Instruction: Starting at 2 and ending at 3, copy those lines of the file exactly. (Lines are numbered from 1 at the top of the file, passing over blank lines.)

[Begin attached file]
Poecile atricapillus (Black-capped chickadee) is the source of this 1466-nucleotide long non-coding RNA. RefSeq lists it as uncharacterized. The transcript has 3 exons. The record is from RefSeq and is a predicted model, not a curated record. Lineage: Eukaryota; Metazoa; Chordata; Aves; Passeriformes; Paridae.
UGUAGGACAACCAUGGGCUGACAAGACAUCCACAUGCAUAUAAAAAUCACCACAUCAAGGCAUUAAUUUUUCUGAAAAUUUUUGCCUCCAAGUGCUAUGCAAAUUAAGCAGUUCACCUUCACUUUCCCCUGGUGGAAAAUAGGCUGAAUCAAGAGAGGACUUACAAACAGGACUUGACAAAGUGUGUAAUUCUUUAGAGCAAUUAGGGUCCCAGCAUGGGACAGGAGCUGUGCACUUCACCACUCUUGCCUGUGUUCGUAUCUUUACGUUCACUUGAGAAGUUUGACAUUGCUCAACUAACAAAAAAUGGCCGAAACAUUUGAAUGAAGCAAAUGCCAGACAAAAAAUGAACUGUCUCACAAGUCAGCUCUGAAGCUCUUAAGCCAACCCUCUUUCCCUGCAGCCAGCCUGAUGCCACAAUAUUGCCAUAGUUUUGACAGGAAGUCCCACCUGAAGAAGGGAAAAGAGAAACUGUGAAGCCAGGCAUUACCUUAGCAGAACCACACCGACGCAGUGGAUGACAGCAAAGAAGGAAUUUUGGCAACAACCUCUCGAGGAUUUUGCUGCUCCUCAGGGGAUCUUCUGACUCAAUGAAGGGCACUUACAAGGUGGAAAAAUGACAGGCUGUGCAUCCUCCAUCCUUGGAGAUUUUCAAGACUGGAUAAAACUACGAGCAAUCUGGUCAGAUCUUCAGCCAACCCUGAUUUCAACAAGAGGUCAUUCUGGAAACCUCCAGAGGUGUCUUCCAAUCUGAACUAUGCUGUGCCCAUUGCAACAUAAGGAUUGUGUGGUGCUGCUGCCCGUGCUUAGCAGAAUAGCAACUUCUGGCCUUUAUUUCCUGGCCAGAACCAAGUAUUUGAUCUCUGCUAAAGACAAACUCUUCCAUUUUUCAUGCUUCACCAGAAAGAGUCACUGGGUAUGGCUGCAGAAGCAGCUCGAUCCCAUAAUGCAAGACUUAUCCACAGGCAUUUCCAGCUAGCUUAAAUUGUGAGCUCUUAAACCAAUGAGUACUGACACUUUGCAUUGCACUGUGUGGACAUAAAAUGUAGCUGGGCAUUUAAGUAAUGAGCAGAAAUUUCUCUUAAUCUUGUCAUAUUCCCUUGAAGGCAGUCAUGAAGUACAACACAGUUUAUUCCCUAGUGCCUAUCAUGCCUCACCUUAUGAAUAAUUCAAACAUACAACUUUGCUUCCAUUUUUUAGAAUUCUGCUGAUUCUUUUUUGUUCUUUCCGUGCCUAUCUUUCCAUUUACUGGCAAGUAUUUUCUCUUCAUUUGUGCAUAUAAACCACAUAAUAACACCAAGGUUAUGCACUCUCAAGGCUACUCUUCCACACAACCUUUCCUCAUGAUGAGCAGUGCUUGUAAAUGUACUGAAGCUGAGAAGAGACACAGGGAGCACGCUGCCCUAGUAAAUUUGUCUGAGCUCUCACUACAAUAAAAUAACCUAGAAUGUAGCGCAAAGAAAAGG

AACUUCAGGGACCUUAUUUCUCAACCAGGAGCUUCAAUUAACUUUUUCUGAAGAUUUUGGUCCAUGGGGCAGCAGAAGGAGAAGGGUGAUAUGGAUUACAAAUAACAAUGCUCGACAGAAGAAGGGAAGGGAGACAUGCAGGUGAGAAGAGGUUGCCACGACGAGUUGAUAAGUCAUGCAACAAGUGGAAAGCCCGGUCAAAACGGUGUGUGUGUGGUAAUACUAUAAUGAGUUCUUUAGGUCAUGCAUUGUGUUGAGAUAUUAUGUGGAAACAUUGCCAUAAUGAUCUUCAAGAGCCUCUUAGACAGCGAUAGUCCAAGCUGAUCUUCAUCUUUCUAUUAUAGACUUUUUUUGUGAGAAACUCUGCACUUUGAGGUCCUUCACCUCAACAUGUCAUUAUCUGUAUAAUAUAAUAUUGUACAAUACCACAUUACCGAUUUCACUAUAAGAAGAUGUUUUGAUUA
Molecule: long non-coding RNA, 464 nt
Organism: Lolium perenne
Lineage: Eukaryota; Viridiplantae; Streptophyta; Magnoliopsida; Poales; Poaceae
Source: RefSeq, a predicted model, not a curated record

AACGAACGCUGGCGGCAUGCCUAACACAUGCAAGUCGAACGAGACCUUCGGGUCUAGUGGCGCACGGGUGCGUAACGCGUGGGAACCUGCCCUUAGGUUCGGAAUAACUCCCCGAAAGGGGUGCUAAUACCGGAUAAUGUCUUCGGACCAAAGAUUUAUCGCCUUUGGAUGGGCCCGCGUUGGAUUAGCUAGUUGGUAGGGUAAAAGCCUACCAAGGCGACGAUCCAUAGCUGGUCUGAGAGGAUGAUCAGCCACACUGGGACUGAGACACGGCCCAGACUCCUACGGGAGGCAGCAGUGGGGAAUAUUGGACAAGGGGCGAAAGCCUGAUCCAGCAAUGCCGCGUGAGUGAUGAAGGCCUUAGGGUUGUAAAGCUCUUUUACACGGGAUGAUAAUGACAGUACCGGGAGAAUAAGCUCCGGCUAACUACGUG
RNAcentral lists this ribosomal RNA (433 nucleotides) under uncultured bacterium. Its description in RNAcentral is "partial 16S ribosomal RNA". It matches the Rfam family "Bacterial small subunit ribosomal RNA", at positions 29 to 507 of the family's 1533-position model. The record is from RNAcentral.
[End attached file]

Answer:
UGUAGGACAACCAUGGGCUGACAAGACAUCCACAUGCAUAUAAAAAUCACCACAUCAAGGCAUUAAUUUUUCUGAAAAUUUUUGCCUCCAAGUGCUAUGCAAAUUAAGCAGUUCACCUUCACUUUCCCCUGGUGGAAAAUAGGCUGAAUCAAGAGAGGACUUACAAACAGGACUUGACAAAGUGUGUAAUUCUUUAGAGCAAUUAGGGUCCCAGCAUGGGACAGGAGCUGUGCACUUCACCACUCUUGCCUGUGUUCGUAUCUUUACGUUCACUUGAGAAGUUUGACAUUGCUCAACUAACAAAAAAUGGCCGAAACAUUUGAAUGAAGCAAAUGCCAGACAAAAAAUGAACUGUCUCACAAGUCAGCUCUGAAGCUCUUAAGCCAACCCUCUUUCCCUGCAGCCAGCCUGAUGCCACAAUAUUGCCAUAGUUUUGACAGGAAGUCCCACCUGAAGAAGGGAAAAGAGAAACUGUGAAGCCAGGCAUUACCUUAGCAGAACCACACCGACGCAGUGGAUGACAGCAAAGAAGGAAUUUUGGCAACAACCUCUCGAGGAUUUUGCUGCUCCUCAGGGGAUCUUCUGACUCAAUGAAGGGCACUUACAAGGUGGAAAAAUGACAGGCUGUGCAUCCUCCAUCCUUGGAGAUUUUCAAGACUGGAUAAAACUACGAGCAAUCUGGUCAGAUCUUCAGCCAACCCUGAUUUCAACAAGAGGUCAUUCUGGAAACCUCCAGAGGUGUCUUCCAAUCUGAACUAUGCUGUGCCCAUUGCAACAUAAGGAUUGUGUGGUGCUGCUGCCCGUGCUUAGCAGAAUAGCAACUUCUGGCCUUUAUUUCCUGGCCAGAACCAAGUAUUUGAUCUCUGCUAAAGACAAACUCUUCCAUUUUUCAUGCUUCACCAGAAAGAGUCACUGGGUAUGGCUGCAGAAGCAGCUCGAUCCCAUAAUGCAAGACUUAUCCACAGGCAUUUCCAGCUAGCUUAAAUUGUGAGCUCUUAAACCAAUGAGUACUGACACUUUGCAUUGCACUGUGUGGACAUAAAAUGUAGCUGGGCAUUUAAGUAAUGAGCAGAAAUUUCUCUUAAUCUUGUCAUAUUCCCUUGAAGGCAGUCAUGAAGUACAACACAGUUUAUUCCCUAGUGCCUAUCAUGCCUCACCUUAUGAAUAAUUCAAACAUACAACUUUGCUUCCAUUUUUUAGAAUUCUGCUGAUUCUUUUUUGUUCUUUCCGUGCCUAUCUUUCCAUUUACUGGCAAGUAUUUUCUCUUCAUUUGUGCAUAUAAACCACAUAAUAACACCAAGGUUAUGCACUCUCAAGGCUACUCUUCCACACAACCUUUCCUCAUGAUGAGCAGUGCUUGUAAAUGUACUGAAGCUGAGAAGAGACACAGGGAGCACGCUGCCCUAGUAAAUUUGUCUGAGCUCUCACUACAAUAAAAUAACCUAGAAUGUAGCGCAAAGAAAAGG

AACUUCAGGGACCUUAUUUCUCAACCAGGAGCUUCAAUUAACUUUUUCUGAAGAUUUUGGUCCAUGGGGCAGCAGAAGGAGAAGGGUGAUAUGGAUUACAAAUAACAAUGCUCGACAGAAGAAGGGAAGGGAGACAUGCAGGUGAGAAGAGGUUGCCACGACGAGUUGAUAAGUCAUGCAACAAGUGGAAAGCCCGGUCAAAACGGUGUGUGUGUGGUAAUACUAUAAUGAGUUCUUUAGGUCAUGCAUUGUGUUGAGAUAUUAUGUGGAAACAUUGCCAUAAUGAUCUUCAAGAGCCUCUUAGACAGCGAUAGUCCAAGCUGAUCUUCAUCUUUCUAUUAUAGACUUUUUUUGUGAGAAACUCUGCACUUUGAGGUCCUUCACCUCAACAUGUCAUUAUCUGUAUAAUAUAAUAUUGUACAAUACCACAUUACCGAUUUCACUAUAAGAAGAUGUUUUGAUUA